“But the children of the kingdom shall be cast out into outer darkness: there shall be weeping and gnashing of teeth.” (Matthew 8:12)

“But the children of the kingdom”-The Jews, who were at this time, the subjects of the Kingdom, and members of the church of God.

“shall be cast out”-In just a few years the Jews will be expelled from the land of Israel.  They were also turned out of the church of God: their branches broken off and the Gentiles grafted in.

“into outer darkness:”-They were thrown into the Gentile world, and their minds were darkened to the truth of the Gospel.

“there shall be weeping and gnashing of teeth.”-This expression is used often by our Lord to express the wretched condition of persons that are out of the Kingdom of Heaven, who weep because of all they have lost.

And Jesus said unto the centurion, Go thy way; and as thou hast believed, so be it done unto thee. And his servant was healed in the selfsame hour. (Matthew 8:13)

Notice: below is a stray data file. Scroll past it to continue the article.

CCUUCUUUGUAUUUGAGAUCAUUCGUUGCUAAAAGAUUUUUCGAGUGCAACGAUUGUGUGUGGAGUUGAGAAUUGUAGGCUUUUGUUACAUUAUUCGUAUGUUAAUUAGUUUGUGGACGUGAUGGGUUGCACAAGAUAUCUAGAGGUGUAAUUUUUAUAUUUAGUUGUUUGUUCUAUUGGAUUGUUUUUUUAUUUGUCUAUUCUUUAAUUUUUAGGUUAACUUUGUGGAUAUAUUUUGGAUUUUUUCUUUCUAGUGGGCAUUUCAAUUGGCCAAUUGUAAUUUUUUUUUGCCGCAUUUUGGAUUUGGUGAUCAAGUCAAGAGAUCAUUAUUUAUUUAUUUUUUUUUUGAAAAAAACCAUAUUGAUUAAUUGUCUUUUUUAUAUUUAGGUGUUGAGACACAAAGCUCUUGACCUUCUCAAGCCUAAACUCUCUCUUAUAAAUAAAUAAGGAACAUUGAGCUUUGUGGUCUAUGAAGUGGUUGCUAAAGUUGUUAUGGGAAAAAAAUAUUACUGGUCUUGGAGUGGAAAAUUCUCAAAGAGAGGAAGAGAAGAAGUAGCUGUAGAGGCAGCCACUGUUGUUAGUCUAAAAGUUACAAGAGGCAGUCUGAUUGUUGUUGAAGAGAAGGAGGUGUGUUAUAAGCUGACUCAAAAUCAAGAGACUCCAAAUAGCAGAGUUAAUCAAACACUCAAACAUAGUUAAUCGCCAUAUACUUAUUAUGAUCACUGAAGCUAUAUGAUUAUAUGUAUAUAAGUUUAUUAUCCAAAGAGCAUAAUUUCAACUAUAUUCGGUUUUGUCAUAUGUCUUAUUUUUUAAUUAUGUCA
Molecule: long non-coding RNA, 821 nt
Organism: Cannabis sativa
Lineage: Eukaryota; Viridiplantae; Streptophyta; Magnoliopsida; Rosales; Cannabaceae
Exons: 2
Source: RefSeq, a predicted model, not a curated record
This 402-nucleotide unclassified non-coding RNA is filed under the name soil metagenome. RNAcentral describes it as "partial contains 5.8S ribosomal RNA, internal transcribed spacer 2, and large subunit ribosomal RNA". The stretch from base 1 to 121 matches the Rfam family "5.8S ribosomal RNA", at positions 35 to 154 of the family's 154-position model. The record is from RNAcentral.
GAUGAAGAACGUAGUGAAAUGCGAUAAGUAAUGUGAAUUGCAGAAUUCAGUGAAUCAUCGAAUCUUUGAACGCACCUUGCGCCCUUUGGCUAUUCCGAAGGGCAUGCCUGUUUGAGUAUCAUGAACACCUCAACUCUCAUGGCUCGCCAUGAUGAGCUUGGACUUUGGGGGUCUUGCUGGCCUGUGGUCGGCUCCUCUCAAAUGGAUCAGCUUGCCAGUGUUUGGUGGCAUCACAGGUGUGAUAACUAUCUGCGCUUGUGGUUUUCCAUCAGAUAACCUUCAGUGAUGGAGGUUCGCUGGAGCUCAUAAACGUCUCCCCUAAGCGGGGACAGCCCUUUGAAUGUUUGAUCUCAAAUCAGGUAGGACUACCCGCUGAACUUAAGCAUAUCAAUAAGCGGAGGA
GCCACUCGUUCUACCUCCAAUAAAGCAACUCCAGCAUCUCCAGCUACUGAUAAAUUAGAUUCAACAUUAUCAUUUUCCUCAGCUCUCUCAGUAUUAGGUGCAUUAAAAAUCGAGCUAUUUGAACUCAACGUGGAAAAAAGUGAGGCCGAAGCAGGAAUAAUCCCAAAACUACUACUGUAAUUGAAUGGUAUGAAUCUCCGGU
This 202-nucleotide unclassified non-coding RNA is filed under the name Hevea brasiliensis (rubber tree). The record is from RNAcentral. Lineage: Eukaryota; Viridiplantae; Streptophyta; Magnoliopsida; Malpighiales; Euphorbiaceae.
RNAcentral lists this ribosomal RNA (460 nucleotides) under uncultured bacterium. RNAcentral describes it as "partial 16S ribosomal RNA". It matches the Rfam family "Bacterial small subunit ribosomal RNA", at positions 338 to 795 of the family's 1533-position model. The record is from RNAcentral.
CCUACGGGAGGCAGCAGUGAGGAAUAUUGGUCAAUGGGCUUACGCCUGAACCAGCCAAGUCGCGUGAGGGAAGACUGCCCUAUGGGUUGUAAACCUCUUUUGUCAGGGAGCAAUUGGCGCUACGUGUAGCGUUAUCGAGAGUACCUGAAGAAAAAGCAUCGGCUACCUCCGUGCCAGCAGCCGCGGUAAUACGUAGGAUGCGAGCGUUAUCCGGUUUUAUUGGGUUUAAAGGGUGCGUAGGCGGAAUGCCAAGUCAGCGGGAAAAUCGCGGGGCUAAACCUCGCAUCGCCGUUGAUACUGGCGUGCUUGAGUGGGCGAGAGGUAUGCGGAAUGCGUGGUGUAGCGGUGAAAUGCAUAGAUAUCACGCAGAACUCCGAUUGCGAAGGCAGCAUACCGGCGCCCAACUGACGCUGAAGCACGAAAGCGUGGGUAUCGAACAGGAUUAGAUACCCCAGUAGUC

“And Jesus said unto the centurion,”-Jesus had put off speaking to the centurion, to talk about the future of the church, which will be composed of mostly Gentiles, but now He once more speaks to the centurion.

“Go thy way;”-He does not speak this way, because He is displeased with him, but because He is going to grant his request.

“and as thou hast believed, so be it done unto thee.”-He had believed that Christ could heal his servant by speaking a word; therefore it was done for that reason.  Christ had said let him be healed, and he was healed; just as God had said “let there be light”, and there was light.  Note, that He did not say according to thy prayer, or according to thy righteousness and goodness, but according to thy faith.  It should also be acknowledged that this miracle was done for the sake if the centurion, so that his servant could be restored to him for his personal use.

“And his servant was healed in the selfsame hour.”-When he returned to his house, he discovered that his servant had been healed at the exact time that Jesus pronounced him healed.



Now when he had ended all his sayings in the audience of the people, he entered into Capernaum. (Luke 7:1)

Jesus had come once again to his own city, because Capernaum was where He made His home.  There was a multitude of common people with Him, as well as His disciples. 

And a certain centurion's servant, who was dear unto him, was sick, and ready to die. (Matthew 7:2)

The centurion was believed to be an honest, upright believer in Christ.  We are not told how he came to believe, but his actions make it obvious that he had great faith.  His servant was extremely sick with the palsy and his condition was desperate, because there was no hope for him from a human source.